Soaring demand for spelt sees product launches up 130 per cent
According to Mintel, the number of new food product launches across Europe containing spelt stood at 157 this year, compared to 68 three years ago, and there may be further potential for market growth as consumers increasingly look for innovative products with good nutritional values.
Spelt is thought to have originated in about 8000 BCE – before bread wheat – as a hybrid of emmer wheat and goat grass. It has gained a reputation amongst consumers as a ‘new’, nutritious version of wheat in recent years, resulting in the spate of new product launches containing the grain.
It is a close relative of wheat, however, so even though spelt is wheat free, it is not gluten free. Therefore, it is still unsuitable for sufferers of coeliac disease, and some people who have a wheat intolerance may still react to spelt.
Spelt has also been increasingly embraced by the organic sector, as it lends itself well to organic production. One of the greatest benefits for organic food producers is that unlike wheat, which has easily-threshed loosely held grains, spelt’s husks hold on strongly to the grain, making it more resistant to insects and disease, and therefore ideal for chemical-free production.
Moving beyond bakery
The grain’s popularity has reached such heights that people are even slathering spelt germ oil on their skin and hair. One enterprising UK spa has taken things a step further, basing a whole treatment therapy on it.
Monty’s spa in Somerset, England, has developed a full treatment regime dedicated to spelt in an attempt to tap in to the increased demand for wheat-free products. The treatment has been marketed as an ‘inside-out’ approach to beauty, starting with herbal tea and spelt biscuits, made from the spa’s own home-grown organic spelt, before a massage session using spelt germ oil.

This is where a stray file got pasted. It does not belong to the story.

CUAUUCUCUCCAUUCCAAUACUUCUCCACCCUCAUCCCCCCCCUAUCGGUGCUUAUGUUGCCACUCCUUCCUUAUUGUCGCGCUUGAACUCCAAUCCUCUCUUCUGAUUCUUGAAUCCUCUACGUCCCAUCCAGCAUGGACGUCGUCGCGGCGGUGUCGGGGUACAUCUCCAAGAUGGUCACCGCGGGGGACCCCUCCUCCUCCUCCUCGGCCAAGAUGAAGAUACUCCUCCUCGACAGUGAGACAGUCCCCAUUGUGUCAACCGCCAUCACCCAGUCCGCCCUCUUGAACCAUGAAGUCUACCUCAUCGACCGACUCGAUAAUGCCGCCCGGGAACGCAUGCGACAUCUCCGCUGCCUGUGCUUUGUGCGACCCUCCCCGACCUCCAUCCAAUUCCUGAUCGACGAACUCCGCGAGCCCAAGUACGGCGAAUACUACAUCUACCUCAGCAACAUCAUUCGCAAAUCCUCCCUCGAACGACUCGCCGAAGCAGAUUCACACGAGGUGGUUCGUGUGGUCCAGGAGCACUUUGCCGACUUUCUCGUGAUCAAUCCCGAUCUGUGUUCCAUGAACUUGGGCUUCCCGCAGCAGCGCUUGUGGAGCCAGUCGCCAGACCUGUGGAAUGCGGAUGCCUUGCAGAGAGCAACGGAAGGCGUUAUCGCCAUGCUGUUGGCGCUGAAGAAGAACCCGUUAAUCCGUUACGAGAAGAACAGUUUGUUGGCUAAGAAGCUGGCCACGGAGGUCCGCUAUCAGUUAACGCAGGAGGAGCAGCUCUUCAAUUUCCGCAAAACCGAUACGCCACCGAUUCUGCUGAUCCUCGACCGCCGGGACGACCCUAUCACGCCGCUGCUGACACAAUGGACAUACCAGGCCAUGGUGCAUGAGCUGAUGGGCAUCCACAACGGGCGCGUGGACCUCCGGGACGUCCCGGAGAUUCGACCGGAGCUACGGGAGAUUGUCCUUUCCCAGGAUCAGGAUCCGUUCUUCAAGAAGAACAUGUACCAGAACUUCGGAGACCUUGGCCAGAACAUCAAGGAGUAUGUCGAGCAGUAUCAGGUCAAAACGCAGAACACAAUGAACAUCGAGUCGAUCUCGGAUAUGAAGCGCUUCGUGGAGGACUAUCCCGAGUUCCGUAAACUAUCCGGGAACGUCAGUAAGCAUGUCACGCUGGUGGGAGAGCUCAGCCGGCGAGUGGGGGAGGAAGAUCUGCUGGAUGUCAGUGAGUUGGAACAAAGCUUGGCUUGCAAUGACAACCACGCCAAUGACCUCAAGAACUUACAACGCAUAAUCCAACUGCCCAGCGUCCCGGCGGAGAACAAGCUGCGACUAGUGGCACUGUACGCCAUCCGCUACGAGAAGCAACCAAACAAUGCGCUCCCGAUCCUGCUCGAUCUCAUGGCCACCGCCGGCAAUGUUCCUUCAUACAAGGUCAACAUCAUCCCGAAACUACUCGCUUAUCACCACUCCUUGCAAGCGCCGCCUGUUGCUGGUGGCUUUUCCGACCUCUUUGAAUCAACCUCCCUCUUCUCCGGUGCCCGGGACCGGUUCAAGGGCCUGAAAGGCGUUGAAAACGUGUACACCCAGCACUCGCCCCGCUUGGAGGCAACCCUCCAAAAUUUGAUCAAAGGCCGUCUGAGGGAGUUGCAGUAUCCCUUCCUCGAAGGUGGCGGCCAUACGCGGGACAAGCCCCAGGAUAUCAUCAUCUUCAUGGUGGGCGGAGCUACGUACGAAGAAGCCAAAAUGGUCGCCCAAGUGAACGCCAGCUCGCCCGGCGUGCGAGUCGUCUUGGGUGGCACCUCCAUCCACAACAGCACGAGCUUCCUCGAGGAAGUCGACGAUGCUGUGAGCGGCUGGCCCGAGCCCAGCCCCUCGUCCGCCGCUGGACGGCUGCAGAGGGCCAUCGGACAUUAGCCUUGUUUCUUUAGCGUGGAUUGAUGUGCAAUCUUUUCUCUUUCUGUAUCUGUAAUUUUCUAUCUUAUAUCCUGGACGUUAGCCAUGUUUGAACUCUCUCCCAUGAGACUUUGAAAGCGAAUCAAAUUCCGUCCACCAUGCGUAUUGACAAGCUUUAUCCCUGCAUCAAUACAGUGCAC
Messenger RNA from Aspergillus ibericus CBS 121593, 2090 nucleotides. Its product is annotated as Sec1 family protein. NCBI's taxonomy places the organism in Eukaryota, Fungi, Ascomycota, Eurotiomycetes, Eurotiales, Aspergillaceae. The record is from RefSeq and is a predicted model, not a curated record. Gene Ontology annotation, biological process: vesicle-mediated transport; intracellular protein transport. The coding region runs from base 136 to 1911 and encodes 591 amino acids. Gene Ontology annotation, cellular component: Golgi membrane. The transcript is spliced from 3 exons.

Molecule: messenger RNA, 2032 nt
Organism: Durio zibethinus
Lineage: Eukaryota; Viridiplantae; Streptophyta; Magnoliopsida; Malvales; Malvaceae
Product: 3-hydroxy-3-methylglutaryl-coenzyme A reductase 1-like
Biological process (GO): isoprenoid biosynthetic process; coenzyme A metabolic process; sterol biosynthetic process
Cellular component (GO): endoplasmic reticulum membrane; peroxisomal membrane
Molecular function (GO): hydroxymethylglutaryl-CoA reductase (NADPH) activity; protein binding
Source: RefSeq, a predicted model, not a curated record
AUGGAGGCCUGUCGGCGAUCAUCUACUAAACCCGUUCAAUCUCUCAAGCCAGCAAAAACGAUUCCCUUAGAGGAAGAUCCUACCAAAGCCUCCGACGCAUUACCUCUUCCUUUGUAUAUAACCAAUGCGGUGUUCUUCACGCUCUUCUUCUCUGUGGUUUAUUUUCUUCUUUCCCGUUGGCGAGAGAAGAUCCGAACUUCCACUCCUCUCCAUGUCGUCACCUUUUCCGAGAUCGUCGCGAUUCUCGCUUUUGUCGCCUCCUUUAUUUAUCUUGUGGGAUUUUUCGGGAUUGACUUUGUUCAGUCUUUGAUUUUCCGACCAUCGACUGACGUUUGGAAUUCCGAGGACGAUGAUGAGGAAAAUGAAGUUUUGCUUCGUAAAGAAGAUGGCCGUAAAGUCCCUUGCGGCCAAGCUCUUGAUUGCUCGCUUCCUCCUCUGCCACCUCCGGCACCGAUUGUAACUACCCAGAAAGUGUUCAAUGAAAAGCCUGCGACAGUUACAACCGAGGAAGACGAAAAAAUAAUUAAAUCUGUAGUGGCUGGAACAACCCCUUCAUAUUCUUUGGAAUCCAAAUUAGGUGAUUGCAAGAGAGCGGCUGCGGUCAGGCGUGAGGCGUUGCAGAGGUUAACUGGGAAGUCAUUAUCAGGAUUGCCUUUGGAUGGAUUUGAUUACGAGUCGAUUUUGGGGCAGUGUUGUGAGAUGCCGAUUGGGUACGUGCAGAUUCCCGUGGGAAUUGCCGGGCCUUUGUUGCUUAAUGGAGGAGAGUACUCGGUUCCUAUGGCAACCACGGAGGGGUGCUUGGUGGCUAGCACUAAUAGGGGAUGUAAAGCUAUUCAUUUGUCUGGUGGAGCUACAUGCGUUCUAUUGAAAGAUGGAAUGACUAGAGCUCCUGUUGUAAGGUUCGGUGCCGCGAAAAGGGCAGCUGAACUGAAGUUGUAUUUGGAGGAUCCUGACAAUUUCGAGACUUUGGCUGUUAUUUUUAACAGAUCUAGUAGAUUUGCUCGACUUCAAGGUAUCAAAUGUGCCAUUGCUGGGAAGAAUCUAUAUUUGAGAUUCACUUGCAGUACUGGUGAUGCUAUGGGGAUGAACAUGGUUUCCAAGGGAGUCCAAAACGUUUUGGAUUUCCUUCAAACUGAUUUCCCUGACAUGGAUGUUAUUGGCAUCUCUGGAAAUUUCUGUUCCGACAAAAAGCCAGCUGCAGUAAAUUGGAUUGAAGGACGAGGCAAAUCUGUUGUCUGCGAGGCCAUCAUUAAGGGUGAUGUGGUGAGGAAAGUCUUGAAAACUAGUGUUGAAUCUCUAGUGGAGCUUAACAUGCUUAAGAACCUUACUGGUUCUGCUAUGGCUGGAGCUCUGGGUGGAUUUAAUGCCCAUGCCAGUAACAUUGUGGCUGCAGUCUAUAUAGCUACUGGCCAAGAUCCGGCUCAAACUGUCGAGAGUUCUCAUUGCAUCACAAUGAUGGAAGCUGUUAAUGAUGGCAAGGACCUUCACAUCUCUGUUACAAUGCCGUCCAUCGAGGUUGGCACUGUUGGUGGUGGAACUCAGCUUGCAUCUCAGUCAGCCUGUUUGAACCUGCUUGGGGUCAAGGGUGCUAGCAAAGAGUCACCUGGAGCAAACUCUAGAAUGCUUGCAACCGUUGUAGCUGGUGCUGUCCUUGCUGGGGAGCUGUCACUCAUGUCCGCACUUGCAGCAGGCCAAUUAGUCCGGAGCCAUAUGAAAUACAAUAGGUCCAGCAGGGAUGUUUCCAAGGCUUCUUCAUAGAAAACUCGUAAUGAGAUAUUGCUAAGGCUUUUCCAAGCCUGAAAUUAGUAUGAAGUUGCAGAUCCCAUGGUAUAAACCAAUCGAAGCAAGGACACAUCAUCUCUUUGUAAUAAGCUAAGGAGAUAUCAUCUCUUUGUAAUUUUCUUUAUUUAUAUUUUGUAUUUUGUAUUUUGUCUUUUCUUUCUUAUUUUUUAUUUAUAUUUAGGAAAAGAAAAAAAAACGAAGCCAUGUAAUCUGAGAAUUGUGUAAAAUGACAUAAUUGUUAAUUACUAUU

Marketing manager for Monty’s Karen Comer credits the popularity of the treatments to an increasing number of people seeking wheat-free diets – and extending that to their beauty regimes.
Comer told BakeryandSnacks.com: “We use the spelt oil in all our treatments. It is very popular and I think that is still increasing. There is a huge demand for it, as well as our granola range.”
She also claims that the grain’s high vitamin E content means that it is good for the skin.
“The owners saw a gap in the market for spelt with so many people wanting a wheat-free diet,” she added. “…I think its popularity will last a while with more and more people needing wheat-free diets.”
The treatment does not come cheap, however, at £150 for a two-hour session, and bottles of the spelt germ oil retailing at £500 a bottle.
The spa is owned by Monty and Roger Saul, who also run Sharpham Park Farm, where they grow the grain commercially and extract the germ oil.
Other ancient grains to have enjoyed a resurgence in recent years include quinoa, chia, kamut and amaranth.